As a teacher, I often hear kids tell each other, “You get what you get, and you don’t throw a fit.” They say this as they’re passing out treats to one another on holidays or birthdays. It seems as though someone taught them this mantra when they were younger to prevent feelings of sadness or anger over getting a gift that was less than or different than they wanted. Maybe it’s good to learn early on that there are often “No Refunds,” “No Exchanges,” and “No Do-Overs” in life. Sometimes there’s no opportunity to make amends or to try again.
I’m learning this lesson again as an adult.
And I still find myself throwing a fit. Except a fit at this stage of life looks more like an adult woman curled up on the floor in the fetal position sobbing for hours on end or staring blankly into space while peoples’ questions go unanswered. I know crying doesn’t change anything. I understand that staring at walls does no one any good. But it’s all I can do at this point.
You see, sixteen years ago, my husband and I wanted to become parents. We worked really hard at it. We were labeled as “infertile.” We pursued adoption for a bit, but being turned down by drug-addicted moms sent me spiraling into depression. We turned to a fertility specialist who tried IUI and then IVF with us. Our family and friends helped us raise money to pay for the expensive process. So nine and a half years ago, our first IVF cycle was successful and we brought home baby twins–a boy and a girl. Some people thought we must be done now. They said, “You got the perfect family!”
We had four embryos remaining in storage.
While our family was beautiful, and we were so excited to be parents, we knew we wanted more and we would try again.
Six years ago, we returned to the specialist and did another round of IVF with two of our frozen embryos. We lost one, but were so happy to bring home our baby boy. Again, people suggested that we were finished now.
We had two embryos remaining in storage.
Our family was perfect already, but we held on to our favorite baby clothes, and the crib, and all the things our next babies would need.
A year ago, I made an appointment with the specialist to do another round of IVF with our last frozen embryos. We made the arrangements to have them transferred home from the out-of-state storage facility. We were nervous, but really excited. It was exciting to know that the process we started ten years ago would be coming full circle.
It was exciting to think of finally holding our babies in our arms.
I started hormone treatments three months before the procedure. I had a hysteroscopy and had cysts removed from my uterus. I wore patches all over my stomach, and had bruises and itchy welts all over my backside from injections.
We went through our last IVF transfer. The doctor finished the procedure, clapped his hands and said, “You’re pregnant!” I told the doctor, “Thank you for bringing our babies home!”
I felt my body change. I was excited to be carrying my babies. I couldn’t wait for the positive test so I could tell everyone.
The first test was positive. But, the nurse didn’t sound happy when she told me. She mumbled some numbers after she said congratulations. I asked if there was a problem. She said the number was a little lower than they expected, so we would need to do another test in a few days and see. She hung up. I stood in silence.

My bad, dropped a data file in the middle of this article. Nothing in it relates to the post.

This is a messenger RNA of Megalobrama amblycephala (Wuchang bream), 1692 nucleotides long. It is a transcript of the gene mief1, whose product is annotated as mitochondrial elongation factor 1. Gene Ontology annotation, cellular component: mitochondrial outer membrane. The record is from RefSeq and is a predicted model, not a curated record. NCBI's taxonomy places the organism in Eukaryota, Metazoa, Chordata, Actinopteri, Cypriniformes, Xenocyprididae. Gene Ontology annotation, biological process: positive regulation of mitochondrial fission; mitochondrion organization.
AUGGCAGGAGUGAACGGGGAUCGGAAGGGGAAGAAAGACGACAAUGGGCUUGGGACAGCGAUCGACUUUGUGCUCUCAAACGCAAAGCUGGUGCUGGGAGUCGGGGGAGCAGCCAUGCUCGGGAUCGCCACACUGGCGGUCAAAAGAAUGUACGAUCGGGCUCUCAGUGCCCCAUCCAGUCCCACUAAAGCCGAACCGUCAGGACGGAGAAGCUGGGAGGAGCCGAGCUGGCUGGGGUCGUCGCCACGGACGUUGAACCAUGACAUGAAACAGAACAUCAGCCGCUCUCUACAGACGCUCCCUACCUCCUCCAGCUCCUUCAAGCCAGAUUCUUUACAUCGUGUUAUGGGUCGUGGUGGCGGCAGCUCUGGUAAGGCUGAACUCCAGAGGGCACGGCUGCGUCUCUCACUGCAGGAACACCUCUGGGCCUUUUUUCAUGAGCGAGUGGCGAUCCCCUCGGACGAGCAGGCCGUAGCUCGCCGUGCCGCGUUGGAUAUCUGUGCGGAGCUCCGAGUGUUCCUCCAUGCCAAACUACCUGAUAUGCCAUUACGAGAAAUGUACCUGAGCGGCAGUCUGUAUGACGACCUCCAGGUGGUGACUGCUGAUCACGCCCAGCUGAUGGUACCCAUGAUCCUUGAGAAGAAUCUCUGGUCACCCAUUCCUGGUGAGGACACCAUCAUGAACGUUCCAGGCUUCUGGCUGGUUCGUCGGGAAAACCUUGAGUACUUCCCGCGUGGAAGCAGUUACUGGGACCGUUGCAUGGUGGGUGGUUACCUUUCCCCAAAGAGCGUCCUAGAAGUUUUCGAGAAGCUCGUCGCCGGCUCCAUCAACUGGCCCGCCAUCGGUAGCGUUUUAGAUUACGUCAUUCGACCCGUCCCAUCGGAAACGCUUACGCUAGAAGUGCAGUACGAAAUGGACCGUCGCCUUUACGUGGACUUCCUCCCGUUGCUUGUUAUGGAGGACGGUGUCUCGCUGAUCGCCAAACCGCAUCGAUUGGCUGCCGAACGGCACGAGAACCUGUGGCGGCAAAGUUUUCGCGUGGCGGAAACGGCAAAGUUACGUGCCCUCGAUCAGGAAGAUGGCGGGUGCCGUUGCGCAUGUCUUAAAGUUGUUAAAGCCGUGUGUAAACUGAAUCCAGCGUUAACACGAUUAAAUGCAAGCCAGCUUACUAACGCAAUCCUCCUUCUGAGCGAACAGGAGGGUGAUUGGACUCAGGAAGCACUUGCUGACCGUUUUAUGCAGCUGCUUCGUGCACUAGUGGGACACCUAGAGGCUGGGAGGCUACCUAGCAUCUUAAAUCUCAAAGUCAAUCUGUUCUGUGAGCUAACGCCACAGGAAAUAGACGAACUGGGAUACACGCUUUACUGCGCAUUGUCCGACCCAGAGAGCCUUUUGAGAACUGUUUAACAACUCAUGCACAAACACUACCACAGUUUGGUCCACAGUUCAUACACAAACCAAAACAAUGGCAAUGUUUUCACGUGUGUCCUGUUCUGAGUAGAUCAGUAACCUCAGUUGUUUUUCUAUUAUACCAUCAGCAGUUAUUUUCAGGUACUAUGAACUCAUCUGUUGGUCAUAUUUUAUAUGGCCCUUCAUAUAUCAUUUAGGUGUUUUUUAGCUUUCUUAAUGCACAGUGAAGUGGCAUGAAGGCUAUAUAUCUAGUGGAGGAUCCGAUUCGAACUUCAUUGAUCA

Positive, but not positive.
I spent a weekend praying for my babies, praying for doubling numbers every day. My body started feeling different, cramping now instead of the former heavy happiness.
After the next blood test, the office took a long time to call. I could feel the dread growing in me. When the nurse spoke, she started with “I’m sorry.” My numbers had dropped and my short-lived pregnancy was drawing to a close. I lost them both. I feel like I was pregnant with them for almost ten years . . . . looking forward to their eventual “coming-home.” And now they’re gone. I’ll never know if they would have had their daddy’s brown eyes or my light hair.
Instead, every time I go to the bathroom, I expect to see signs of their passing. It’s terrifying to pull down my pants. When I called to ask when I could expect it, the nurse told me I would probably start my “cycle” for about a week after stopping treatments. Cycle? Cycle of what??? My cycle of infertility? This is not a cycle. It is a miscarriage. This is the end of ten years of dreaming, hoping, and planning. I understand that it was early in the process, but it is NOT a regular cycle. I exchanged hopeful thoughts of my clothes growing tight, for terrified thoughts of needing pads and tampons to soak up my last chance of growing a life inside of me.
This is the end of a momentous and hopeful dream, and there is no do-over.
Every time I look into my closet, my eyes glance up to the shelf still piled high with hormone treatments that were supposed to carry me through my first trimester. I see the picture I tried to shove out of sight, of the two little embryos just before they entered my body, never to be seen again. I probably need a friend to come over with a big box and help me purge the thoughts and reminders from my view.
So, for those asking casual questions when passing in the hallways at work, “No! I am not ok!”
But I am out of bed. I’m attempting to face life. And while the flowers at first were a sob-inducing sign of what I lost, now they are a reminder that you love me . . . even when I’m cloudy instead of bright.
There are no refunds or exchanges. There’s no going back and no do-overs. So, here is me, moving my broken-self forward, one angry tear at a time.